Let us fear lest we fail to rest in Christ
For we who have believed do enter that rest [or are entering into the rest], as He has said [quoting from Psalm 95]: “So I swore in my wrath, ‘They shall not enter My rest;’” although [God’s] works were finished from the foundation of the world. For He has spoken in a certain place of the seventh day in this way: “And God rested on the seventh day from all His works”; and again in this place: “They shall not enter My rest.” (Hebrews 4:3–5)
In that passage, “believed” is in the past tense; “enter” is in the present tense. Before we can enter into God’s rest, we must have already believed. We do not keep believing again; it is something that is done once. We have made the decision, and, on that basis, we can proceed to enter into rest. Those who must continually decide to believe anew do not qualify to enter into the rest. Only we who have believed enter into rest.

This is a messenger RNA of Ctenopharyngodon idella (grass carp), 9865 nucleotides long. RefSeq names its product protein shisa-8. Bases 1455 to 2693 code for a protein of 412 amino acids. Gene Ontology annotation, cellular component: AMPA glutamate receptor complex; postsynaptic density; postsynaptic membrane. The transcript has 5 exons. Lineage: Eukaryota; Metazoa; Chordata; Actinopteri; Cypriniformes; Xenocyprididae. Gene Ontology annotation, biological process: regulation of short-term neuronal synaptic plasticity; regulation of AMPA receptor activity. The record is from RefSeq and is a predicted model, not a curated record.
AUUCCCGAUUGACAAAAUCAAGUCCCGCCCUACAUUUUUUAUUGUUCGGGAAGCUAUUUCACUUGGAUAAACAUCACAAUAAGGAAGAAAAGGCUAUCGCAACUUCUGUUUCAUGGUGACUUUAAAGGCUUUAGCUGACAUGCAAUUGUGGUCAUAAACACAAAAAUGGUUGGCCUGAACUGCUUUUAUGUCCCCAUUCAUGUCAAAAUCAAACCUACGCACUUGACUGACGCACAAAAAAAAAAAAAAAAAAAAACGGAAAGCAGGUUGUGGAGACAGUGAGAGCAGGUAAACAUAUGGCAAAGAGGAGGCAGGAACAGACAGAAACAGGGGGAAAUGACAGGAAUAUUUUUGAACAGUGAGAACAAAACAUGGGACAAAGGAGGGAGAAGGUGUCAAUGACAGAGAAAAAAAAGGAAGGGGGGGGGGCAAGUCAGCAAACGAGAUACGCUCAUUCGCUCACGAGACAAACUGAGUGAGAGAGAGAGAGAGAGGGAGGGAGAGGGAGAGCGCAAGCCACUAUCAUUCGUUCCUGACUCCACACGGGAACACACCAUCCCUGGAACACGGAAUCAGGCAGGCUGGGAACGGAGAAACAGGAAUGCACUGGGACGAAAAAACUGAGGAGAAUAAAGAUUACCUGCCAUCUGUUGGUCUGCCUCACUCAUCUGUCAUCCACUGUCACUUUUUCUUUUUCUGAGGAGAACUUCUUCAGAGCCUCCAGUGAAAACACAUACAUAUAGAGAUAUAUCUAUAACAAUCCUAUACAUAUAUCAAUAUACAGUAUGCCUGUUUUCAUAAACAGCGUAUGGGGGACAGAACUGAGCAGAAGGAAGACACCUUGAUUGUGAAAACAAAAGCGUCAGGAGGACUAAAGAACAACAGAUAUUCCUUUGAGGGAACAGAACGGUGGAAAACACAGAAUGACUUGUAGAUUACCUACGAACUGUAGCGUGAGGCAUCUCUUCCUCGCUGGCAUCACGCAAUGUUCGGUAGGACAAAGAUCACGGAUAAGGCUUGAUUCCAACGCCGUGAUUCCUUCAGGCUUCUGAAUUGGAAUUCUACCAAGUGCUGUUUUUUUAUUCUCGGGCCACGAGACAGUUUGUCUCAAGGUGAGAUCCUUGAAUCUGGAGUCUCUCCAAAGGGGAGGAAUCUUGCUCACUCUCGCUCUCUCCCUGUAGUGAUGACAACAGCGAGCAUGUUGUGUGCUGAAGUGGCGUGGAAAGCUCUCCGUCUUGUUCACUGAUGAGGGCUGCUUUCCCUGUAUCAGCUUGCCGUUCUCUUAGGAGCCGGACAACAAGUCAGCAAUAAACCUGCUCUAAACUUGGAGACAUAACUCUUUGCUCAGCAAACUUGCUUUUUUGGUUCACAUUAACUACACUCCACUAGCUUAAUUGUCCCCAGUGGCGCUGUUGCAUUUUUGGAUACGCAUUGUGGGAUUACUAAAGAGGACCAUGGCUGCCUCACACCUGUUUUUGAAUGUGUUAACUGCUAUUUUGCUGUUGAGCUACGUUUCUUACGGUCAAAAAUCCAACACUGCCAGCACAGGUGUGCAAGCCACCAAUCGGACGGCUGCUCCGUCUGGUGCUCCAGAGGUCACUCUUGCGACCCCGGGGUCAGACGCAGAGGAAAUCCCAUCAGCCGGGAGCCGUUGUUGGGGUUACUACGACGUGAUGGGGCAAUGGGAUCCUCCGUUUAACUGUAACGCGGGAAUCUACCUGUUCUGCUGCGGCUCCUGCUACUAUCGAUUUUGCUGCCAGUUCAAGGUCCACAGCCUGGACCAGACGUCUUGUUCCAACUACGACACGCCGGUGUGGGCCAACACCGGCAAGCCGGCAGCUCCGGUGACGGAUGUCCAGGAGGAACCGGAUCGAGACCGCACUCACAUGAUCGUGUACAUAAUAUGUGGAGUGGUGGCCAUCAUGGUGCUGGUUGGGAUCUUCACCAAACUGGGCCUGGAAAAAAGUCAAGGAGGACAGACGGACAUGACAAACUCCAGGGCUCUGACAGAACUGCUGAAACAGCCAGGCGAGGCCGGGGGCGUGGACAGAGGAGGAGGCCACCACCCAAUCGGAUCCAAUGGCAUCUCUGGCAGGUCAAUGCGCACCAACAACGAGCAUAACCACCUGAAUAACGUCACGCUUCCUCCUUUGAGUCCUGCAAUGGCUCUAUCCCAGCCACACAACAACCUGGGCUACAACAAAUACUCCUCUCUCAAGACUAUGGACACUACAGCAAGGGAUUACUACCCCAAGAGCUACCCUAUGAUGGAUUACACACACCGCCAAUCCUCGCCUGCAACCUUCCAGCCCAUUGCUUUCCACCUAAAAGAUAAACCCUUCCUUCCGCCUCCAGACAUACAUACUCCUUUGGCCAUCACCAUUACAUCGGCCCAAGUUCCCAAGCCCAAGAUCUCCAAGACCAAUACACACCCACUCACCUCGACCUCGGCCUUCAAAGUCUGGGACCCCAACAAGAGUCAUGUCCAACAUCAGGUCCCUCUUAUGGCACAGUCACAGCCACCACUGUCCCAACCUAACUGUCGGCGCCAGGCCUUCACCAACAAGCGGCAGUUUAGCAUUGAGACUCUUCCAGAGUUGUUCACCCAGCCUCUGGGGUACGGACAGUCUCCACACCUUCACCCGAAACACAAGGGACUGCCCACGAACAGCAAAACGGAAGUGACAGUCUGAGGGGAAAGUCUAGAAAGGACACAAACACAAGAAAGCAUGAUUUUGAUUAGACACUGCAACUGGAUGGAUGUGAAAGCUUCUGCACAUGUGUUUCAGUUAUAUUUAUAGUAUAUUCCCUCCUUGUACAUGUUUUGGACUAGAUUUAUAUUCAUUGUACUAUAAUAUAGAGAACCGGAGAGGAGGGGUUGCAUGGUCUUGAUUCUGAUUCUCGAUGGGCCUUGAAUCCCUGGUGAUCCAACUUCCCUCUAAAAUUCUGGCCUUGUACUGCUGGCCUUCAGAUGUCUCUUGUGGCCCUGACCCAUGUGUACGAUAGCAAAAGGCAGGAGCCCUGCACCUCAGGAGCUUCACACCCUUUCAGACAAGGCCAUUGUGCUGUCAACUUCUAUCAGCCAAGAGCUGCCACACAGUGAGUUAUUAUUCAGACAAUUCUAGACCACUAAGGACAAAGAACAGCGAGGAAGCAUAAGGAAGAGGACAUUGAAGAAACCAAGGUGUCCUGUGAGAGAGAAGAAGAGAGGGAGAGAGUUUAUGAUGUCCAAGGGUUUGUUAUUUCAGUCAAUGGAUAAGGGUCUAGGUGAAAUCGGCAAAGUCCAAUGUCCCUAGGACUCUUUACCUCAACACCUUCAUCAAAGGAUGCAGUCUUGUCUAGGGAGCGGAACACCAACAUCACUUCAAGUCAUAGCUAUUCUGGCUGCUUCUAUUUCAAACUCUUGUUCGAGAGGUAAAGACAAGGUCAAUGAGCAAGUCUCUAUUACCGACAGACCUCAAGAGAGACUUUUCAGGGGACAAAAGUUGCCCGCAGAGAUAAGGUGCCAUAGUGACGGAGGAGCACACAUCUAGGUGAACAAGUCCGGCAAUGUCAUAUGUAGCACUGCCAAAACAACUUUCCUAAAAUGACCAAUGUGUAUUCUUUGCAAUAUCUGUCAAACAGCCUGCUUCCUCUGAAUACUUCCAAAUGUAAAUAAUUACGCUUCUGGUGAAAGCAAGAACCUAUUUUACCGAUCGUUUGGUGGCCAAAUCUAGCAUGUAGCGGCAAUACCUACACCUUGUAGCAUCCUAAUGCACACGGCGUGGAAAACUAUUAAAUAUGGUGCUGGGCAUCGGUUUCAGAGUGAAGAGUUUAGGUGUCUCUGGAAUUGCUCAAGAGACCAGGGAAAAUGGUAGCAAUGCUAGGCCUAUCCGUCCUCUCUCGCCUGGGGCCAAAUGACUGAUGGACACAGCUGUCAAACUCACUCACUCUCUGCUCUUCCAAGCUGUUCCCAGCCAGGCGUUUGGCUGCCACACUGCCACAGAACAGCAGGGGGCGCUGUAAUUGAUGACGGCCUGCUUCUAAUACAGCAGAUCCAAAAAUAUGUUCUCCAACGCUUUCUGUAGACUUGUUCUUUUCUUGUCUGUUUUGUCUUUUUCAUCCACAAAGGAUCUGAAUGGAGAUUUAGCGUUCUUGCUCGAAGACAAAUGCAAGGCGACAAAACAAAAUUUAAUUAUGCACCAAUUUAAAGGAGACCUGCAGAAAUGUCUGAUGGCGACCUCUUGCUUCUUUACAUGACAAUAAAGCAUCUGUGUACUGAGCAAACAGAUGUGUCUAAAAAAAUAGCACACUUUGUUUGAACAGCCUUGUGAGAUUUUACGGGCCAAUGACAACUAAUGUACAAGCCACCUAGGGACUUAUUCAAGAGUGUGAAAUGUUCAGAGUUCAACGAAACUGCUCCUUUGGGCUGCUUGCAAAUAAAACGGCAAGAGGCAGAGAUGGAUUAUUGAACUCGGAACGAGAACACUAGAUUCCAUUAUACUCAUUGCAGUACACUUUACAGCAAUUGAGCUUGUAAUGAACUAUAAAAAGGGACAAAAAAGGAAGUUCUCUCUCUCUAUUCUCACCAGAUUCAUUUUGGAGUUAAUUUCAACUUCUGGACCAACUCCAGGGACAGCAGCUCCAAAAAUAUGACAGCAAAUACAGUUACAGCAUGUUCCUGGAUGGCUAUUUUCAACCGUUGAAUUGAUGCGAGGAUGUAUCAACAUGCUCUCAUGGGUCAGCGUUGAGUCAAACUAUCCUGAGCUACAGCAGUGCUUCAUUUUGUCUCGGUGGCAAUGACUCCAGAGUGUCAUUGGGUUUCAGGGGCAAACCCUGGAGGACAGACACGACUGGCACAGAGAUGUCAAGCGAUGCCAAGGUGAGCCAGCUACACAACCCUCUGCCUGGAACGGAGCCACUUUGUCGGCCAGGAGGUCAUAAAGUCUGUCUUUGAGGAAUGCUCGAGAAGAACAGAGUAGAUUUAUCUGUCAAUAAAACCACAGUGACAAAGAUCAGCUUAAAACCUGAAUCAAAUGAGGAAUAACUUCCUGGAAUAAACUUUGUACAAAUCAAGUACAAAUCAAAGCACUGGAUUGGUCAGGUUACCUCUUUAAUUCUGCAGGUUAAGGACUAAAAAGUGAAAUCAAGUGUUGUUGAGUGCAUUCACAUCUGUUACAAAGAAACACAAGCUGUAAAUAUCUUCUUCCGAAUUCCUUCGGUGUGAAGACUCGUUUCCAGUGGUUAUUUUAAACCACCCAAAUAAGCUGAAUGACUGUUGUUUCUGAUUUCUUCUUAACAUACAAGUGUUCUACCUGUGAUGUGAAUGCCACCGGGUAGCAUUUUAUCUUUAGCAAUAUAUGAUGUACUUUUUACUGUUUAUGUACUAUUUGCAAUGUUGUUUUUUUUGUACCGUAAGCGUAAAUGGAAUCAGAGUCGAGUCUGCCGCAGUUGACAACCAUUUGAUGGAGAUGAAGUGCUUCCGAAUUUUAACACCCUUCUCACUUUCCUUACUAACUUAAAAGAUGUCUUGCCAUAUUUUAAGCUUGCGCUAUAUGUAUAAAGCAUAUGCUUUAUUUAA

Following up on this theme of rest, let’s turn to the Old Testament for a moment. Genesis 2:2 reads, “And on the seventh day God ended His work which He had done, and He rested on the seventh day from all His work which He had done.” God’s rest is a ceasing from all the work He did. I believe that God did not rest because He was tired. Instead, He took pleasure in relaxation. He sat back, looked at everything He had made, and took time to enjoy it.
How many of us ever take the time to enjoy the things that we have done or made? Today, by the time they have done something, most people are busy starting the next thing. The pattern that God established, though, is taking time to enjoy whatever you do after you have finished it. Whatever it may be that you have done, it is godly to relax and enjoy it. In fact, the ability to relax is a divine ability.
Thank You, Lord, for the promise of entering Your rest. I proclaim that one of the pleasures God wants to share is His rest—He wants me to enter into the rest that He entered. So, I shall fear lest I fail to rest in Christ. Amen.